. And Gertie, I fear, is right — a lot of good people will get caught in the crossfire.
      The uber left never misses an opportunity to miss an opportunity.

      • Duke Cox says:

        I am going to call bullshit here, V. 

        For years I have watched O&G acolytes use the same concerns to stop ANY effort for real regulation of this most invasive of industries. No candidate is required to support 97. If a Democratic candidate doesn't support 97, do you really believe that would cause any Democrat to vote for the Republican opponent? If so, I suggest you ease up on the self-medication.

        Frackenloopers' "Blue Ribbon Boondoogle" was a result of the same fucking cowardice and equivocation. Here we are, years later, in exactly the same place, and I, for one, have learned that the OilyBoyz fear only the voters. It is time to give the people of Colorado the power to make a statement.

        Elect Democrats that will not accept oil and gas industry money. Vote for 97. Call bullshit on those who, once again, make decisions based on fear of losing…not a passion to win the real prize. I repeat..97 was designed to protect people. 108 is designed to protect profit. Whose side are you on?

        Back them up. They are too close.

        • Voyageur says:

          You're not calling Bullshit, Duke, you're spreading it.  You think a single surface rights owner, even just a quarter acre lot, can ban development on 450 acres– 25 times the curren law.  You are trying to put tens of thousands of people out of work, including two who are in my family.

          Overall, you want to block extraction on 85 percent of private land in Colorado.  In return all you offer is some lousy welfare payments.

          The people have beaten extremist plans before and will do it again.  But if the backlash carries a lot of leftie candidates and issues down with it, don't say we didn't warn you.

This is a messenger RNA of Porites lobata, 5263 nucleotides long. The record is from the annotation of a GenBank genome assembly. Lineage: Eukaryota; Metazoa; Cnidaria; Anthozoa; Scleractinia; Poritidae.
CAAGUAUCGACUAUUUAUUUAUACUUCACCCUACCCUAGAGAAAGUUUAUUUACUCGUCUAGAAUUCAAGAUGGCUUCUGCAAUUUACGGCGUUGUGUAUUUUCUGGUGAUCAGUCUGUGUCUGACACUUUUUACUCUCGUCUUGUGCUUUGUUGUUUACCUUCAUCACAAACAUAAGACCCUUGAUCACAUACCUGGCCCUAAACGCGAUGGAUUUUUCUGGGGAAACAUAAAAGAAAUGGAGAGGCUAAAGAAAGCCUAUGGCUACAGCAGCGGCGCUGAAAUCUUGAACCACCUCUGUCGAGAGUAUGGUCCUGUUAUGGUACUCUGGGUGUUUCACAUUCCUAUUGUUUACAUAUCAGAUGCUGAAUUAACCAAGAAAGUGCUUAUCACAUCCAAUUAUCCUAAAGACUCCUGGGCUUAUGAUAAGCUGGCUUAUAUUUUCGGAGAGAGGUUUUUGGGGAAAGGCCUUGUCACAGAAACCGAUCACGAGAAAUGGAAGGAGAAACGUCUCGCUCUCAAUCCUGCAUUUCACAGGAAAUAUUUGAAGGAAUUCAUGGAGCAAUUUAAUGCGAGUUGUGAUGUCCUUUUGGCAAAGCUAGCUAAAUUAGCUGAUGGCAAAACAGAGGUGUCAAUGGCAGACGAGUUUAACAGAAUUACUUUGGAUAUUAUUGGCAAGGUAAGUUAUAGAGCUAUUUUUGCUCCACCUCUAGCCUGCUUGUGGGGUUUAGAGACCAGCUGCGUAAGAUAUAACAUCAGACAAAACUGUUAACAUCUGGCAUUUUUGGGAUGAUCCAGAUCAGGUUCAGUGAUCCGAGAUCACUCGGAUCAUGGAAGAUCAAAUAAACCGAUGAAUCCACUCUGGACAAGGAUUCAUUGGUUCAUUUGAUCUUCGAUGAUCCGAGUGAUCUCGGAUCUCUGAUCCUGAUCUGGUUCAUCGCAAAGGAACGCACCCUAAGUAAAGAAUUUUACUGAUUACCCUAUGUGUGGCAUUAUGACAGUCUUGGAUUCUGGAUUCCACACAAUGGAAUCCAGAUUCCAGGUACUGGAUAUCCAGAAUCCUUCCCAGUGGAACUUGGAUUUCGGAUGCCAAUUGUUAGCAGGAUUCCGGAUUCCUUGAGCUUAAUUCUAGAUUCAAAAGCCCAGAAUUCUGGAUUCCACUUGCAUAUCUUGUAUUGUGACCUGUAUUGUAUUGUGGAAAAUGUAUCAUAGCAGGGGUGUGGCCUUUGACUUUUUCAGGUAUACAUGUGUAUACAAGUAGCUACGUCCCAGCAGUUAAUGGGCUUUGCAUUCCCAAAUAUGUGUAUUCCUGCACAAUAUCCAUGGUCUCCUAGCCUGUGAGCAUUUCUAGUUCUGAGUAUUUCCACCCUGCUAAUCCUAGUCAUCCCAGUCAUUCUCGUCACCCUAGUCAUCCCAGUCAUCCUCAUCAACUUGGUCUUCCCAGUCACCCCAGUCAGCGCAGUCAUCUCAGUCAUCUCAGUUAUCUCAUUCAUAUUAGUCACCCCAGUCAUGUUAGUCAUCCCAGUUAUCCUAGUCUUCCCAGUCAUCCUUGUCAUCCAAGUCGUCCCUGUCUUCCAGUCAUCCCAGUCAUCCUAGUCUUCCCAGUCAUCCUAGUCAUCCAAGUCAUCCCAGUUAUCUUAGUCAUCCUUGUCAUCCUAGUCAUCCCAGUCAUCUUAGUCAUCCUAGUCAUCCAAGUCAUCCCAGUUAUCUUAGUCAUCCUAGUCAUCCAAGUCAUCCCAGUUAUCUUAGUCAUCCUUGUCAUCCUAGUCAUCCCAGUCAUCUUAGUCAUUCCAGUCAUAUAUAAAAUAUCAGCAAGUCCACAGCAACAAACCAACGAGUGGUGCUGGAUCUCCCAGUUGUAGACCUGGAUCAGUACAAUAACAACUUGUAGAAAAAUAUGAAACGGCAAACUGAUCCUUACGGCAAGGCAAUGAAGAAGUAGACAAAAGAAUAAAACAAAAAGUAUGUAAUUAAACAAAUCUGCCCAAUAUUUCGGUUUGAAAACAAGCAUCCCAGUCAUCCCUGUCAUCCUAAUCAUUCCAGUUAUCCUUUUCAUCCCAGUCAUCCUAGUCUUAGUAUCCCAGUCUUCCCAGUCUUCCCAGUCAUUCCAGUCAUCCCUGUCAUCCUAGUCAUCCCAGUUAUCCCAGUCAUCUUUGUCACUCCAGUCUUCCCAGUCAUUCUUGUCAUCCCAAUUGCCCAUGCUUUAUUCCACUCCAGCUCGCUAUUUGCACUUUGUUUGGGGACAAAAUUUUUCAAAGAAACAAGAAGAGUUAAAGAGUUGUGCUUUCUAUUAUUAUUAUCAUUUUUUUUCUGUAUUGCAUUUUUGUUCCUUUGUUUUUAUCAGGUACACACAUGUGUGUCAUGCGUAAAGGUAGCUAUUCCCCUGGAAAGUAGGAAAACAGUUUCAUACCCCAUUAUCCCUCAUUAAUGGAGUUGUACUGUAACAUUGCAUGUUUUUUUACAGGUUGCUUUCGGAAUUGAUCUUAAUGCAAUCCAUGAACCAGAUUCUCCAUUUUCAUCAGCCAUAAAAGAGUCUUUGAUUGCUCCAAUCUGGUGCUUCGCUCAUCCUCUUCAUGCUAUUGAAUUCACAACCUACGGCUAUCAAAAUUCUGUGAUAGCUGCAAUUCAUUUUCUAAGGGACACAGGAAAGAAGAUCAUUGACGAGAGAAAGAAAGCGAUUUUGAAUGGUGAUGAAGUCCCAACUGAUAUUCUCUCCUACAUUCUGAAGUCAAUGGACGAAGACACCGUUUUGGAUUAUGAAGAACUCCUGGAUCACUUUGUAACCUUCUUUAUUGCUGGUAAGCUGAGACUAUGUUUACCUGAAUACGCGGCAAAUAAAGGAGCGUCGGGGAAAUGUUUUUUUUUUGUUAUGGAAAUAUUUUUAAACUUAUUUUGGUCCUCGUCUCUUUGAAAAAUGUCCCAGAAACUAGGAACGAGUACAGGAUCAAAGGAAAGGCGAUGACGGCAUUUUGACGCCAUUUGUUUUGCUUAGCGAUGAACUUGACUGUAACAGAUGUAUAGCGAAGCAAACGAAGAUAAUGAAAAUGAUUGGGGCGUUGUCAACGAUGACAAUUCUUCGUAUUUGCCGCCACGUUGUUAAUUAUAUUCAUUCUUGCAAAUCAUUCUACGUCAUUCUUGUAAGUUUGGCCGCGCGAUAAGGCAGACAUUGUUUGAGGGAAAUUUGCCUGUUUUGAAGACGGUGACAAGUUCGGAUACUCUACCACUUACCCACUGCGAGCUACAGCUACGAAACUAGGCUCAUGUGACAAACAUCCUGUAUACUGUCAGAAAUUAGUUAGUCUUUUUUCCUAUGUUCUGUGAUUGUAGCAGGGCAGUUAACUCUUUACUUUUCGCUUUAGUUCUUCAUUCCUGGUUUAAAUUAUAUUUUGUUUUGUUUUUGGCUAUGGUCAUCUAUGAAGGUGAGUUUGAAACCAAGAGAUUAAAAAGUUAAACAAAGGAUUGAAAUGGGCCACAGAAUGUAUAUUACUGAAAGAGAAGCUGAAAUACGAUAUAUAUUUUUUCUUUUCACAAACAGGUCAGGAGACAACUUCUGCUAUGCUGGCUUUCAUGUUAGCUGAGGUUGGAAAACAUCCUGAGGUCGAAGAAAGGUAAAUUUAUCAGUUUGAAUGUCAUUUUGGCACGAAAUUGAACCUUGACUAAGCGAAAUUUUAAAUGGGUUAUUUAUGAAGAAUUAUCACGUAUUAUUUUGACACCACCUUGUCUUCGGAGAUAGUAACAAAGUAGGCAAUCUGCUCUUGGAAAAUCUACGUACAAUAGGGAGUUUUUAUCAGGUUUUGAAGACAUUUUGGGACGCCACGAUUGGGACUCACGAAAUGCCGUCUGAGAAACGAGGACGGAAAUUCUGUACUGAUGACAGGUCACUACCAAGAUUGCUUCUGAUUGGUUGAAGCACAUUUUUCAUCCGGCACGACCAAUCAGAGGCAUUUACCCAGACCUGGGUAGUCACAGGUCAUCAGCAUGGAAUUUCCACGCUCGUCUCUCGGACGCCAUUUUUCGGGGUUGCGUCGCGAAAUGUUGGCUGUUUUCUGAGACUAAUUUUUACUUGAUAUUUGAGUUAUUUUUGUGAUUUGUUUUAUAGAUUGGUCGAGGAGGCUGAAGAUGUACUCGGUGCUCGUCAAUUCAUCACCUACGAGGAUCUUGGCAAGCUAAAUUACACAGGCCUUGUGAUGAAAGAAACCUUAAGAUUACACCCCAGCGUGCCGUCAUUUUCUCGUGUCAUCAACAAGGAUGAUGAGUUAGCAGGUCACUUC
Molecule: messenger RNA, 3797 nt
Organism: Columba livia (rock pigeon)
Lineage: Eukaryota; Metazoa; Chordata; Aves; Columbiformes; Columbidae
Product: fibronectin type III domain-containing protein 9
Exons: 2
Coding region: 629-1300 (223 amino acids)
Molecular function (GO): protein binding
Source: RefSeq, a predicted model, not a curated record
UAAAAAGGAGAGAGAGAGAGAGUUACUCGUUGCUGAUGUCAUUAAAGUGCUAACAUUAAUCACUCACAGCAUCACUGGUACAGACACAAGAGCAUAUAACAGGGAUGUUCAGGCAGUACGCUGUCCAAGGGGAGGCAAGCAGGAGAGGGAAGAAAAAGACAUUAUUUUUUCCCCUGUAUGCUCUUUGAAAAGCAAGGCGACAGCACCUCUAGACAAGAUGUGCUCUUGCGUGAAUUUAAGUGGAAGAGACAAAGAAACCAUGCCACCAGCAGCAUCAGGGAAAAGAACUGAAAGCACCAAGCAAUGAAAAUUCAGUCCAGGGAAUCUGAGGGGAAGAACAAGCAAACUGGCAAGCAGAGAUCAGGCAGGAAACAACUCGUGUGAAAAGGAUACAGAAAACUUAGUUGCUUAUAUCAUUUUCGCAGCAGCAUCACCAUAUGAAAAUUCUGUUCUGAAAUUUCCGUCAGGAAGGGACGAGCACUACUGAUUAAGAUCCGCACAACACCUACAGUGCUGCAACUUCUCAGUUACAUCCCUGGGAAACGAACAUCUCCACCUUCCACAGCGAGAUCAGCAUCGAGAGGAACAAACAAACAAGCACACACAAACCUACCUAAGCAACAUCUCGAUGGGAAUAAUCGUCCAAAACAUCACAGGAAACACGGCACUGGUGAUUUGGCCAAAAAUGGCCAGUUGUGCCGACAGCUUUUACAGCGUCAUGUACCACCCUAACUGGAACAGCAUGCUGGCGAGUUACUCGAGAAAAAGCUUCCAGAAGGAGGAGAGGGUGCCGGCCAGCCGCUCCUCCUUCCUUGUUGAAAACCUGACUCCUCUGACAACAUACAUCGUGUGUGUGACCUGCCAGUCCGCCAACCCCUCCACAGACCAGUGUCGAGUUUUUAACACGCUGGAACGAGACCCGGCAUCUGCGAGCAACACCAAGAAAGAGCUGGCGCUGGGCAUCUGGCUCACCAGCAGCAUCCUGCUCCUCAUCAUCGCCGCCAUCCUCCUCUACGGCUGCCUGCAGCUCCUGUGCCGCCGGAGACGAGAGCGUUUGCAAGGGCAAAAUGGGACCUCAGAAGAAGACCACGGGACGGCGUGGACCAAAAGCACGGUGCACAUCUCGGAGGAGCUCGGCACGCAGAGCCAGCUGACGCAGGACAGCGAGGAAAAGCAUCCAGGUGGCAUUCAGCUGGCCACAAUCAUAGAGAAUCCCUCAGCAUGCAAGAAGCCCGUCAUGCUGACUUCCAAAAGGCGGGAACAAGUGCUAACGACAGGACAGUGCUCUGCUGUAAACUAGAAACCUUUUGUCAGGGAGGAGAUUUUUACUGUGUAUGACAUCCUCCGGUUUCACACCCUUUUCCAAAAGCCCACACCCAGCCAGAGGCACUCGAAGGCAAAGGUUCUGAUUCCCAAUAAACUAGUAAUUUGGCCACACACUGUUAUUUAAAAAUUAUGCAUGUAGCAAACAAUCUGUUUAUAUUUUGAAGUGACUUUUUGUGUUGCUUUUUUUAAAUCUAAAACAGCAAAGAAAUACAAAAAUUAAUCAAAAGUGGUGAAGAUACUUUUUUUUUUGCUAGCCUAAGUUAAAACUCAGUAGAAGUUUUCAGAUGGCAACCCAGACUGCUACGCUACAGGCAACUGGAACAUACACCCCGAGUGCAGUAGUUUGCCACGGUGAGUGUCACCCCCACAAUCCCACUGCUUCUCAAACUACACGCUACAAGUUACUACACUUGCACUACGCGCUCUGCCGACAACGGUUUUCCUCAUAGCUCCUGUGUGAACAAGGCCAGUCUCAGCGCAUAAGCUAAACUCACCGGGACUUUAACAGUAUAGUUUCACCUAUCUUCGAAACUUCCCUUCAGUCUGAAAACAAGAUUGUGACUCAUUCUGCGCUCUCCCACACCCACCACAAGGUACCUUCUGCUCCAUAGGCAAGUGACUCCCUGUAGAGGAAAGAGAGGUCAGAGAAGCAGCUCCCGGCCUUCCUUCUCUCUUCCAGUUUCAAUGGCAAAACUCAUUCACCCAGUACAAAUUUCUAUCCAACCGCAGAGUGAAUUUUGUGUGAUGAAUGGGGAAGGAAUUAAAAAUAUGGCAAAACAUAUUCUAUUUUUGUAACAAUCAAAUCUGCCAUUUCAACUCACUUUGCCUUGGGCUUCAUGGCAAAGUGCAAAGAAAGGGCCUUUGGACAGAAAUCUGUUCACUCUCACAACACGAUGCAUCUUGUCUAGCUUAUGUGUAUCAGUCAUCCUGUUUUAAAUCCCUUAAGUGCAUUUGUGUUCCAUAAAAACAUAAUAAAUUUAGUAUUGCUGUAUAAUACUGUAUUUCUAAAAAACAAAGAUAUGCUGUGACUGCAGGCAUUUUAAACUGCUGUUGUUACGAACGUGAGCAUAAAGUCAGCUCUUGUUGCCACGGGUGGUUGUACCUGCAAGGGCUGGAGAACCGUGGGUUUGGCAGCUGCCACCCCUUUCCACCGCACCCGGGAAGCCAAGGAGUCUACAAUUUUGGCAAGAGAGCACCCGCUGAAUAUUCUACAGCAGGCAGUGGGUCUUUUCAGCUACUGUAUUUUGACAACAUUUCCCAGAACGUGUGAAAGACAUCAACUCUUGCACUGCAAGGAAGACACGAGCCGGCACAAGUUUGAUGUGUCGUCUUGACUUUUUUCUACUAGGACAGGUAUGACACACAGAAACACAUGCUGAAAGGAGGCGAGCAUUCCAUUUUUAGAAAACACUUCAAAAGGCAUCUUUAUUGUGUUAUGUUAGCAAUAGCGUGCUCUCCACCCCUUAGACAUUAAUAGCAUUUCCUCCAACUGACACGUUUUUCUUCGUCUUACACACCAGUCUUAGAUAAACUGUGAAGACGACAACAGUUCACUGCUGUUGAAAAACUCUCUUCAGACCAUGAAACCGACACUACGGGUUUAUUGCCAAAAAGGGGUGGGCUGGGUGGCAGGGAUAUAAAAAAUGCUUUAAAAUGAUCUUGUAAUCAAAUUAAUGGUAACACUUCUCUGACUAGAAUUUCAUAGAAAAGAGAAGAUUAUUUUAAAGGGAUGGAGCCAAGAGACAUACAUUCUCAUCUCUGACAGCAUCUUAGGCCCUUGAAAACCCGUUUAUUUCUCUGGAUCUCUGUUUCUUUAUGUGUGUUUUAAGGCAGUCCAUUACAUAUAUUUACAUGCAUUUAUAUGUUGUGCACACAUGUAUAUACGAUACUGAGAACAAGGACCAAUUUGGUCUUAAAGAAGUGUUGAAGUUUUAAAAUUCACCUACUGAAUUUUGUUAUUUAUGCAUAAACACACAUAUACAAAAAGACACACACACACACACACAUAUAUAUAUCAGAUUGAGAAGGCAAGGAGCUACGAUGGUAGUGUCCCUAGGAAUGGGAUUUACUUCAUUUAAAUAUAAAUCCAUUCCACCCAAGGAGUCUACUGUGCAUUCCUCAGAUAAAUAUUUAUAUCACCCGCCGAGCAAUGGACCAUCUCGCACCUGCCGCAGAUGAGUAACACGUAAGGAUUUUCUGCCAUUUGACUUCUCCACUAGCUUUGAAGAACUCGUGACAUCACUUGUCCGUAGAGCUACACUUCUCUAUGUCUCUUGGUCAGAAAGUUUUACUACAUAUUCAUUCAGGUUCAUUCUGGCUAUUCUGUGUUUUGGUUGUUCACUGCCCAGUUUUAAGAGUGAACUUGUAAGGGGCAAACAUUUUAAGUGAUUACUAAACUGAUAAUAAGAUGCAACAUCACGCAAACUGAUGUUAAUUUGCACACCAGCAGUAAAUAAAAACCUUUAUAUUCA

• Conserv. Head Banger says:

            Duke: you're overlooking that 1/3 of the Colorado electorate is registered independents. Most Dems will likely vote for their candidates and most Repubs for theirs. The real battle is gaining a majority of those independents.

            97 will be painted as being extreme. I've already seen a TV ad to that effect. Historically, as I've said before, ballot initiatives perceived by the electorate as "extreme" go down by landslide margins; e.g, personhood in '08, '10, '14; universal health care in '16. All the commentary from pro-97 people can't change that. Question is whether or not pro-97 people can paint 108 also as "extreme."

            As for your branding of anyone who might oppose 97 as being an "O & G acolyte," that isn't helpful to 97's cause. 

            • Voyageur says:

              108 is also extreme.  But thankfully, as a constitutional amendment, it will need 55 percent to pass.


            • Pseudonymous says:

              I don't understand this argument.  In the 2010 election, the state house went (R).  In 2014, the state senate did.  How did the "extreme" personhood measure affect the election again?  In 2016, Dems increased their house majority– I suppose that was due to being crippled by ColoradoCare.

              97 will go down in a landslide or not.  Dems can disavow it if they like.  Folks will vote for candidates they prefer.  The election will continue.

              There's never a "right time" for measures some people think are extreme.  That's the reason people have to turn to the ballot in the first place.

              • Duke Cox says:

                Well said…👍

                Thank you..☺                    

                • Conserv. Head Banger says:

                  It's simple, Pseudo. I didn't care all that much what happened to far right wing Republican politicians during the personhood years. I am concerned in the here and now that 97 pulls pro-conservation candidates down. One can hope that pro-97 people put in as much energy into opposing 108 as they did in getting 97 onto the ballot.

                  • Pseudonymous says:

                    My point is that the opposite of what you fear seems to have happened during the years you mentioned.  What evidence is there that 97 will impact any pro-conservation candidate in any way?